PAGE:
Earlier this month, an appellate court in Rhode Island issued an instructive opinion regarding that state’s recreational use statute and how the statute may be used by defendants to avoid liability in a premises liability case. The case is also instructive to potential premises liability plaintiffs, since it shows which facts must be pleaded and proven in order for the case to survive a summary judgment challenge by the defense.
Roy was with some friends at a state-run park. The park had a medium-sized pond in which people routinely swam, despite there being signs that swimming was prohibited. In fact, on some days, the government agency in charge of the park would staff the pond with lifeguards and allow swimming. There were, however, a number of “no diving” signs placed around the pond. Generally, the prohibition on diving was enforced, but there was an old diving platform that was still left from previous years when diving was permitted.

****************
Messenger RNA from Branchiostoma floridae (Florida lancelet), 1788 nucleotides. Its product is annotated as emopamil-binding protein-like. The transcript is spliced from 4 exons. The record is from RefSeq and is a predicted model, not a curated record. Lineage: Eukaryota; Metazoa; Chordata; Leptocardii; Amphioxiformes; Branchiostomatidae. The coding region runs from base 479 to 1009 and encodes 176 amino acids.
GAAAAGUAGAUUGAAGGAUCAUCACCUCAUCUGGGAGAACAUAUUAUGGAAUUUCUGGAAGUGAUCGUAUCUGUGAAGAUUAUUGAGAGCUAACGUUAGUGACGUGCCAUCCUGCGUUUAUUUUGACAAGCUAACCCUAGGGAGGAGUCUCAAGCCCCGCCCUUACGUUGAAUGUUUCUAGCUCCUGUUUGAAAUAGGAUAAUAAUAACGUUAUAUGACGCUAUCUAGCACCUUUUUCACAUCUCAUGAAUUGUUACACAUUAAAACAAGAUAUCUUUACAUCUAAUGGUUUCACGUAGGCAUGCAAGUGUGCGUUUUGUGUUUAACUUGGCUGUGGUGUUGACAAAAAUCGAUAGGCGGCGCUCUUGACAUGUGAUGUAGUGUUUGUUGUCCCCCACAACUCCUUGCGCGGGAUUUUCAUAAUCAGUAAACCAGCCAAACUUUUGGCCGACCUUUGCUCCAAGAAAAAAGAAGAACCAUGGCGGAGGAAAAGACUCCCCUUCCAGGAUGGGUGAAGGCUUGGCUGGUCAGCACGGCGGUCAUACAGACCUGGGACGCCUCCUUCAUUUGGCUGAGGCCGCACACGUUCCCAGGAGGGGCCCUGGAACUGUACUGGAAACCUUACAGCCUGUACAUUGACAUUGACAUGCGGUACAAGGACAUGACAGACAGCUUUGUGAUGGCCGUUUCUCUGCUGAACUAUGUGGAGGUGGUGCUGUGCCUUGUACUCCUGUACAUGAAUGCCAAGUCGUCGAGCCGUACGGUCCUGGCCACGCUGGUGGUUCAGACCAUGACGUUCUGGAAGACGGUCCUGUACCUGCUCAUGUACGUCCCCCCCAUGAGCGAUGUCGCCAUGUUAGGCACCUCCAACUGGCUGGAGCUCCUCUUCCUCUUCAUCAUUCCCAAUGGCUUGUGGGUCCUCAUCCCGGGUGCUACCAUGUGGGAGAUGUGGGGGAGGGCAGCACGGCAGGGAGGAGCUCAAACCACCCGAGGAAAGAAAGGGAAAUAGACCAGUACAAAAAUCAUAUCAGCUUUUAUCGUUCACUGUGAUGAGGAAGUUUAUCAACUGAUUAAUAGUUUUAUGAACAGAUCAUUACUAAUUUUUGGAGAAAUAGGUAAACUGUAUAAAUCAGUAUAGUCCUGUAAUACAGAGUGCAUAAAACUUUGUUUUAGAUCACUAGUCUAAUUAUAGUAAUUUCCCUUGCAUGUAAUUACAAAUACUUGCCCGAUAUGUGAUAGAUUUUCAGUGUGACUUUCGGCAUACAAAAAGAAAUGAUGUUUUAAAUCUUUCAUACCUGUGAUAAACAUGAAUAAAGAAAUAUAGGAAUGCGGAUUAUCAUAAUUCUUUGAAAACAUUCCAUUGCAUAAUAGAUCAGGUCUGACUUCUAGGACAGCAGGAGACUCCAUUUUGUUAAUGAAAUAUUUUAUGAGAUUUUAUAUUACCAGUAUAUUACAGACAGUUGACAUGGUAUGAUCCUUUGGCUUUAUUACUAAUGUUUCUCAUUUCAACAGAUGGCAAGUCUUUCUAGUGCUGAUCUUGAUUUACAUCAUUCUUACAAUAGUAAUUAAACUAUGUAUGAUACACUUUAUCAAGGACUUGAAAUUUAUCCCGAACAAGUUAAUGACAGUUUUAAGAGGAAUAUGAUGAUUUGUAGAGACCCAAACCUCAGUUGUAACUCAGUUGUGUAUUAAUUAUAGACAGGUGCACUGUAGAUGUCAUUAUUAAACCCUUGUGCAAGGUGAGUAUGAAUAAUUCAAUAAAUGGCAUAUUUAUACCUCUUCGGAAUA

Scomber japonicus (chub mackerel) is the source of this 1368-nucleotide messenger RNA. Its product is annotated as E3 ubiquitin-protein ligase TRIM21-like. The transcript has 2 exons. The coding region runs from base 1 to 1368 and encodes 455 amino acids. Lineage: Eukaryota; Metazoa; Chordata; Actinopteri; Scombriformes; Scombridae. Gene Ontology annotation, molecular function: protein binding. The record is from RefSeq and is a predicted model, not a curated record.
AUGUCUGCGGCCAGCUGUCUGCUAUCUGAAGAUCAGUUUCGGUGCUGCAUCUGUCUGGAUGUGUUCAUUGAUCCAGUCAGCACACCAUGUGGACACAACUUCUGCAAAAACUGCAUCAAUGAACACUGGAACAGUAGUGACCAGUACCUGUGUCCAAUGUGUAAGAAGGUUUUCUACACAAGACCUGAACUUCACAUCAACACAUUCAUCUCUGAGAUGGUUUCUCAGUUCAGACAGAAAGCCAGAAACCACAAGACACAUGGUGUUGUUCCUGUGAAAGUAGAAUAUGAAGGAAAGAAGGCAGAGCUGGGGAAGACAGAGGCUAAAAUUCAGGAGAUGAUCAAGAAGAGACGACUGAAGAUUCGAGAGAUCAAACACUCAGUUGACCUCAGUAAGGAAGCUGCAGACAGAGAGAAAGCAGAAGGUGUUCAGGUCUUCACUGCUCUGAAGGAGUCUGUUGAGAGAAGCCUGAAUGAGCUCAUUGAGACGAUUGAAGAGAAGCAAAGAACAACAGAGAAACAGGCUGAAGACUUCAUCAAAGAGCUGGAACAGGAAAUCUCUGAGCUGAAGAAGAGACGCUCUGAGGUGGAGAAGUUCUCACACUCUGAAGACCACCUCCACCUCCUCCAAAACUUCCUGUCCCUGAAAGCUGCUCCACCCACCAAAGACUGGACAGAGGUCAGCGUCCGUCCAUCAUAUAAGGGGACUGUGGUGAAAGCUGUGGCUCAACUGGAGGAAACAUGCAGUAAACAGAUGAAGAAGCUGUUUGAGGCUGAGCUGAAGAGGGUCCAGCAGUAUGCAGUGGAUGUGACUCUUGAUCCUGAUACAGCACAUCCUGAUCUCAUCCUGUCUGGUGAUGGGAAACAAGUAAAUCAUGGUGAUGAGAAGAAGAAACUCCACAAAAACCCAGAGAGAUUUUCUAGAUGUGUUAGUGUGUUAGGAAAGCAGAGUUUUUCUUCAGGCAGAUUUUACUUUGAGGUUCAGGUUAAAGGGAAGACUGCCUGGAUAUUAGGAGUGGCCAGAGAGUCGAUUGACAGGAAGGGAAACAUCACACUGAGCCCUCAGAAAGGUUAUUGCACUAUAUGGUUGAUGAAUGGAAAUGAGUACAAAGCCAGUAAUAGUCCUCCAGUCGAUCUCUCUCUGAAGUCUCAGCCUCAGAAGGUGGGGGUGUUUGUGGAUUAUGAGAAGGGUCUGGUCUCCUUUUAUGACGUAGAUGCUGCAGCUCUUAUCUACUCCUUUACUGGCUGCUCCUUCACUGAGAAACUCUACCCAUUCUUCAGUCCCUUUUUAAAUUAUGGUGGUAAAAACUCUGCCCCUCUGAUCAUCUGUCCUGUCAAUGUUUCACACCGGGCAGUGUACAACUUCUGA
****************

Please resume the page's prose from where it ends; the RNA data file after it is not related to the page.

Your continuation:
On the day in question, Roy got out of his parked car, ran up to the edge of the pond, and quickly inspected it before diving in. Roy later testified that the pond looked deep enough and that if it hadn’t looked safe to dive in, he would not have done it. When Roy did dive into the pond, his head struck the bottom, and he was paralyzed as a result. He later filed a lawsuit against the state agency in charge of the park’s maintenance.